Interview: Catching Up With Georgie Brooks
We visited Georgie Brooks in her new home studio, met the horses that inspired her maker’s mark, and get a glimpse of what she’s been working on for our upcoming Desire/Defiance exhibition. Read the full interview below:
What are you working on at the moment?
I am working on a couple of commissions which are mainly engagement rings, and I am also creating a piece for the e.g.etal 25 years exhibition : desire/defiance launching in November.
For my exhibition piece I wanted to expand on some rings that I have made before. I am working with some really big stones in freeform shapes which I have designed and had custom cut. The concept for them is the idea of defiance. Who says you have to wear a diamond ring when you get married? Why can’t you wear a beautiful aquamarine or brightly coloured sapphire, or stones that have unusual cuts? So it’s about that journey about creating something that’s completely one off and unconventional, which then becomes part of the wearer.
You’ve just moved into a new home studio. Has this new space refreshed your practice in any way?
I think the new space has allowed me to really focus. At the stage I’m in with my life with kids and all their activities it’s really busy, so it’s been really good to have a fresh professional environment to work in near home so I’m not racing from place to place.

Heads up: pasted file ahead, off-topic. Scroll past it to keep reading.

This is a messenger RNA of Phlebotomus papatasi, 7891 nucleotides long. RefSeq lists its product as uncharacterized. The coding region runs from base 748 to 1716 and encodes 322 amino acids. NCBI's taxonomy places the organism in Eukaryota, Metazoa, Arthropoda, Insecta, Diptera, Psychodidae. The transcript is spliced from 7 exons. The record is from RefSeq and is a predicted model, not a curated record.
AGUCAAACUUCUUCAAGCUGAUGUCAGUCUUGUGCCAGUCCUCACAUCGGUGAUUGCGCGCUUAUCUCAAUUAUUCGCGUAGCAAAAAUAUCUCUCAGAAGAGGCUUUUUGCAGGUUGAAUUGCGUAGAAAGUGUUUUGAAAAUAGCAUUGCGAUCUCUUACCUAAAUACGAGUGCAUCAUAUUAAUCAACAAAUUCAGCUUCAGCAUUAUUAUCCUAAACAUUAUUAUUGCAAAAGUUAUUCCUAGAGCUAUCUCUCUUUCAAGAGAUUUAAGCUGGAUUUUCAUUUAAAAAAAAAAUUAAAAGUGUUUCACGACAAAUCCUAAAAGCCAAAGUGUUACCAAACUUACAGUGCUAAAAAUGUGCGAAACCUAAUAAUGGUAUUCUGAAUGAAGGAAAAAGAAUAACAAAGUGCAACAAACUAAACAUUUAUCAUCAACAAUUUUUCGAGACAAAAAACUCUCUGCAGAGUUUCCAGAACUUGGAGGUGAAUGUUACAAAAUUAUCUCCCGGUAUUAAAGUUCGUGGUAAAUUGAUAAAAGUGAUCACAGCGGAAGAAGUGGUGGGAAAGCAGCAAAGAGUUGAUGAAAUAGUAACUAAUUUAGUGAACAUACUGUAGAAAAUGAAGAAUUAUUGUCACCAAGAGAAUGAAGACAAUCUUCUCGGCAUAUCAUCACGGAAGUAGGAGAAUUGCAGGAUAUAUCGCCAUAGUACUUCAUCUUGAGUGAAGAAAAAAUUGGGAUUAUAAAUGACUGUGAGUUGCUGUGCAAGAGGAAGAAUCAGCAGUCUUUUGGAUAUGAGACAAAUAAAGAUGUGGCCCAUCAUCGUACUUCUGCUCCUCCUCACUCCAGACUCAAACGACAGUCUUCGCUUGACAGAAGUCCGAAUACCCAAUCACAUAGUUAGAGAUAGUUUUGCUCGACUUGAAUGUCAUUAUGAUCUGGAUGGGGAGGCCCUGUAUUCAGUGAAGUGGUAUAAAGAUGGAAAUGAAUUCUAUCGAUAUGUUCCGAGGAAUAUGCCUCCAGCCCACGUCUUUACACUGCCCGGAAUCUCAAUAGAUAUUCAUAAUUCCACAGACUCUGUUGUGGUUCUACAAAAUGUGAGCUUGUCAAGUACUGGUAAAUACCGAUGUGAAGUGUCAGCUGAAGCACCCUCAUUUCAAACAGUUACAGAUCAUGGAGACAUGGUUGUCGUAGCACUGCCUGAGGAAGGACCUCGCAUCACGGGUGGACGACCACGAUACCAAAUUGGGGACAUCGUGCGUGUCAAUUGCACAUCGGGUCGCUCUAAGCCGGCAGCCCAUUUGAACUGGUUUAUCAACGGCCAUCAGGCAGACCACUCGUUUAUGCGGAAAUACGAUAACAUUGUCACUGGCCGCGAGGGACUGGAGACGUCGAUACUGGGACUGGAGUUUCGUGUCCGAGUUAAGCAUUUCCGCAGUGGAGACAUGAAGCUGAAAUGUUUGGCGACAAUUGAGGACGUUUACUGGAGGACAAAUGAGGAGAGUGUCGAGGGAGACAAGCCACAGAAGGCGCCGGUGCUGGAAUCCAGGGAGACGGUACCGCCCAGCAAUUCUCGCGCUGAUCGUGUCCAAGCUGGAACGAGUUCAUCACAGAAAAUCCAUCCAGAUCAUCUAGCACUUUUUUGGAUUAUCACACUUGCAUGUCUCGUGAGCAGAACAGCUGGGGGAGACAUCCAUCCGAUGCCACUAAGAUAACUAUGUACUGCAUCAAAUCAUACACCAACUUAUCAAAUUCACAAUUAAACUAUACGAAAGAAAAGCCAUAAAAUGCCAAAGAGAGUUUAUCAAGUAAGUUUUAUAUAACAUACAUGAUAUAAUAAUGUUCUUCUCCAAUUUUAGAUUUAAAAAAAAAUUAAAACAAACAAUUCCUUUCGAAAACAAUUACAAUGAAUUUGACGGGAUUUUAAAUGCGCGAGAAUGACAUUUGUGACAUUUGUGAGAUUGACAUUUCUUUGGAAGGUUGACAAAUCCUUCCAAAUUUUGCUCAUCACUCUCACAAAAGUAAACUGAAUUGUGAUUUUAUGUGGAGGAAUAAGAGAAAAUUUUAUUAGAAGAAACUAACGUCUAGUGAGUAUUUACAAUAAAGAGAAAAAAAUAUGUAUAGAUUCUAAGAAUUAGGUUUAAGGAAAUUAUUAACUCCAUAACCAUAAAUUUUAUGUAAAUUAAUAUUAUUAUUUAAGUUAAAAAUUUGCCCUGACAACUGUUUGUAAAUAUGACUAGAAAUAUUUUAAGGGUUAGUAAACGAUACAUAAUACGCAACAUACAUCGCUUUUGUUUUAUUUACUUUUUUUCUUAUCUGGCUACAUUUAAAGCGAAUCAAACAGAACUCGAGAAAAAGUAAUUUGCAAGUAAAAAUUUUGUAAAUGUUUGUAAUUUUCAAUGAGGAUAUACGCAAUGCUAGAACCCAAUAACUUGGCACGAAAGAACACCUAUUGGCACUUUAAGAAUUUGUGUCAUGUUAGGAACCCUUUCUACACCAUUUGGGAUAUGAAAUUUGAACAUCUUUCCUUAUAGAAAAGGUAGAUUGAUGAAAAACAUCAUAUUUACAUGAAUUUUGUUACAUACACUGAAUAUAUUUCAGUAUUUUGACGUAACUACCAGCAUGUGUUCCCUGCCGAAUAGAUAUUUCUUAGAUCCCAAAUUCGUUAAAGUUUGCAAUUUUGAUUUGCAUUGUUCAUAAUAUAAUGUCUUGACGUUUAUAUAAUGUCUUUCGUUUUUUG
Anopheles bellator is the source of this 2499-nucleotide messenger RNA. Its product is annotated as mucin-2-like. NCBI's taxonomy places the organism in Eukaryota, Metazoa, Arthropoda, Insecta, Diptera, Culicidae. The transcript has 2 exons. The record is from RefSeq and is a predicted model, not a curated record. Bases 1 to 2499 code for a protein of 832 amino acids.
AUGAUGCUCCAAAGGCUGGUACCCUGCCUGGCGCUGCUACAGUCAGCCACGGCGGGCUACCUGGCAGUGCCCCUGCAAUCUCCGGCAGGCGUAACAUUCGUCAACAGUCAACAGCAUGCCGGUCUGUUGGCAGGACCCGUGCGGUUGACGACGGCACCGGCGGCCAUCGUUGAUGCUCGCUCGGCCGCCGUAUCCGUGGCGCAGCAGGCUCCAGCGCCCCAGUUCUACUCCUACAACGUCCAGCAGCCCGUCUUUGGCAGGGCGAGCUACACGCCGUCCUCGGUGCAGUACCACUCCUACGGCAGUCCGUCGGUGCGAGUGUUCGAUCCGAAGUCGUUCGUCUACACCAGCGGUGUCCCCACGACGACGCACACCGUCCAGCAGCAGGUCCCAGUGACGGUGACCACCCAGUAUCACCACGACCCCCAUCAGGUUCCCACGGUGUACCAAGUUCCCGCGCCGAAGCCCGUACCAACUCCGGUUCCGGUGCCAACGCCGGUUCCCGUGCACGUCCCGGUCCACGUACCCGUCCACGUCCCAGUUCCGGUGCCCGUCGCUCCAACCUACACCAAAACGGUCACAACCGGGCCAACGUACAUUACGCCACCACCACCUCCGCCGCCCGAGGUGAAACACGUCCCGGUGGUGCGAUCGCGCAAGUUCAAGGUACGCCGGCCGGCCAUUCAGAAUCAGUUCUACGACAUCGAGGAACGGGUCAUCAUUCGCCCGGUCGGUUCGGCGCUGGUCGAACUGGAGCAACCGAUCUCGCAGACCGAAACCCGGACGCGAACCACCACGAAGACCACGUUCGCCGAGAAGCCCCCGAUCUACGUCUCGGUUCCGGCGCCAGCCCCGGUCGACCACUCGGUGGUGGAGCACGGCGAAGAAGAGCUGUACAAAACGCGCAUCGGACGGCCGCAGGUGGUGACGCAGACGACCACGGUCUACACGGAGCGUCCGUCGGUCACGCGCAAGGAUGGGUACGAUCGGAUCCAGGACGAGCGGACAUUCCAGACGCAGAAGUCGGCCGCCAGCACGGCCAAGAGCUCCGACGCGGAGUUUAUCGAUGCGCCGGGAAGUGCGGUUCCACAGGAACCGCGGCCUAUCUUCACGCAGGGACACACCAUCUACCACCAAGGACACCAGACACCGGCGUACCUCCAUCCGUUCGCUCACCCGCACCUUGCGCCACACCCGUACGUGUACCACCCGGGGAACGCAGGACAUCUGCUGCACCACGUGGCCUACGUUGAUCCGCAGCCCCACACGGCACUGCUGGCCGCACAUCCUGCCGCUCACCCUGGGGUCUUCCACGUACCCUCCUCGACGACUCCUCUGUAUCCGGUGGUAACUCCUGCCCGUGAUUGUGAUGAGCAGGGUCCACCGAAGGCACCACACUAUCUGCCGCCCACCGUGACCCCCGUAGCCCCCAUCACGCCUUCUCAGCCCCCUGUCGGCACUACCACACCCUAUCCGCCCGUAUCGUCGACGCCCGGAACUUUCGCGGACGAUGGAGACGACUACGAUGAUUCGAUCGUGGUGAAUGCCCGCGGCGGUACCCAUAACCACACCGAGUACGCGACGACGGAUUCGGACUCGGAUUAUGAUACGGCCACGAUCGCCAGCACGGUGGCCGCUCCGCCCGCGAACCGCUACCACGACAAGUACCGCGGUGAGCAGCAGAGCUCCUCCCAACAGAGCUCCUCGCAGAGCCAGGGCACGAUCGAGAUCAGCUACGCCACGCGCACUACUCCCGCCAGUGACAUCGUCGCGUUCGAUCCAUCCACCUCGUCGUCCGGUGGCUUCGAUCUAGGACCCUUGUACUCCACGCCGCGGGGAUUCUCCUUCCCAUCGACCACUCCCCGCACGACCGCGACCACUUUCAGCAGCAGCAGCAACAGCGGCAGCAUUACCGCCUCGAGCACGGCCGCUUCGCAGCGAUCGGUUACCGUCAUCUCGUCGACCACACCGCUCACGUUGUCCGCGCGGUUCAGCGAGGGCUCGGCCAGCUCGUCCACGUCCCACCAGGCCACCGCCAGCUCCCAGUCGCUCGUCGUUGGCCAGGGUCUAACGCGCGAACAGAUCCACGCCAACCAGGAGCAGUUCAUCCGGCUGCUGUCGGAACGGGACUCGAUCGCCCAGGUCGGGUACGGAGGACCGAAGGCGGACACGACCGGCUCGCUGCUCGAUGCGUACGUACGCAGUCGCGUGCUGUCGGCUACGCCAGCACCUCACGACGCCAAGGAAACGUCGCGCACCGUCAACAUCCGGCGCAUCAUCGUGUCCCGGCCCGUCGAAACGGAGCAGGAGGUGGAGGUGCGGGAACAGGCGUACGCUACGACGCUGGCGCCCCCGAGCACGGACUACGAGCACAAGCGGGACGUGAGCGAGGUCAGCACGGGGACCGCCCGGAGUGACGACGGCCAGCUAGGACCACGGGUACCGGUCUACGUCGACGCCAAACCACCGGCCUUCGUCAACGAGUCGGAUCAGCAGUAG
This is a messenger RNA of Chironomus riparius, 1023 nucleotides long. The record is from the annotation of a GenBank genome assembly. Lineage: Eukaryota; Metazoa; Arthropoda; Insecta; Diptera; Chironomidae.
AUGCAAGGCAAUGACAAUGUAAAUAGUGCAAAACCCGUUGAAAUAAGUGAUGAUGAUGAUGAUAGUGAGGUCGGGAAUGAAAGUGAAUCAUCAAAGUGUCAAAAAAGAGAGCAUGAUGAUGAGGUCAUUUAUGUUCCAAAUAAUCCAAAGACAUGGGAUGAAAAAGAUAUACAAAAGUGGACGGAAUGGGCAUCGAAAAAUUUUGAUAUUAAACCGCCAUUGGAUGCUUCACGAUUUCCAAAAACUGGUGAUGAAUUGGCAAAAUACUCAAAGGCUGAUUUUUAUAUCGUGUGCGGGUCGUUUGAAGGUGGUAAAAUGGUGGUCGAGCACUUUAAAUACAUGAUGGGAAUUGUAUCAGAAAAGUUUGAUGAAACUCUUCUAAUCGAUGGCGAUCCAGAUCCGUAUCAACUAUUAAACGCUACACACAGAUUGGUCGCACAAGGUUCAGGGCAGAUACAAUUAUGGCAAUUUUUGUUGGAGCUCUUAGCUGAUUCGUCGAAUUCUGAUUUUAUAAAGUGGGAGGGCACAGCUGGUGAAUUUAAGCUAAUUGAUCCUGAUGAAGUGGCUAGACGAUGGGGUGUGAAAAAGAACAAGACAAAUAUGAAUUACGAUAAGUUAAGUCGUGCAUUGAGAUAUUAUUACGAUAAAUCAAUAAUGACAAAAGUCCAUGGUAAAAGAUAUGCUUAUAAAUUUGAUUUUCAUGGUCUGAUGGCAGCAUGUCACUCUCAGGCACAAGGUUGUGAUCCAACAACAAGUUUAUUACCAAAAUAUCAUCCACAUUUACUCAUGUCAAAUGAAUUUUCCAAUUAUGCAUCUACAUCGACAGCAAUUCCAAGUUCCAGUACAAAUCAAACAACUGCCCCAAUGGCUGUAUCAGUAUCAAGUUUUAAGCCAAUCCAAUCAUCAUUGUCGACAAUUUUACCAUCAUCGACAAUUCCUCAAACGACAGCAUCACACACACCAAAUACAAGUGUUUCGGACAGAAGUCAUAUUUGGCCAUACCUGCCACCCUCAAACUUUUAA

I’ve been in shared spaces forever, which I’ve really liked too but I think at the moment I prefer to work here and if I really want to see someone I can pick up the phone.
What do you think contemporary jewellery means to the people who wear it?
That’s a really hard question and I think about it a lot. People have worn jewellery ever since the beginning of time, and I feel that people come to me for a piece and it almost becomes part of them, and part of their collective memory of their life.
I also think contemporary jewellery is something that should be timeless, which means I don’t think it should draw upon fashion. I’ve never looked at other pieces of jewellery for inspiration because I feel then that it doesn’t stand the test of time. Every piece is completely unique, handmade, and possibly something that has never been made before so it’s really more like it’s like an artwork. Unlike traditional jewellery, contemporary jewellery is not about status, which is what jewellery has typically been about. It’s about the feeling you get when you look at it.
Thoughts on projects for the future?
I would love to have a show featuring big men’s rings with stones. But at the moment I’m just wanting to continue developing my current collection further by researching deeper into new parts of history and and see where that can take me. This year is a bit of a pause because I had a big show last year, so needing a little rest before moving into the next thing.
e.g.etal has been amazing because they give you the opportunity to make one off pieces, which can be really costly for a gallery. Because I do have that opportunity, everything I usually make is different and there’s a wide variety in my stock range. Every single piece I make I think ‘that’s a nice thing’, and then it evolves into the next piece and moves that way. I’ve never been the kind of person who just sits there and draws and sketches. The two pieces I have made for the exhibition I didn’t do a drawing, I’ve just made them and that’s how I’ve always worked, and if it stuffs up I just start again. I think that’s why I enjoy working in wax because you can just keeping redoing and trying.
Georgie’s work will be part of e.g.etal’s upcoming exhibition ‘Desire/Defiance’, opening at e.g.etal on Thursday 2nd of November.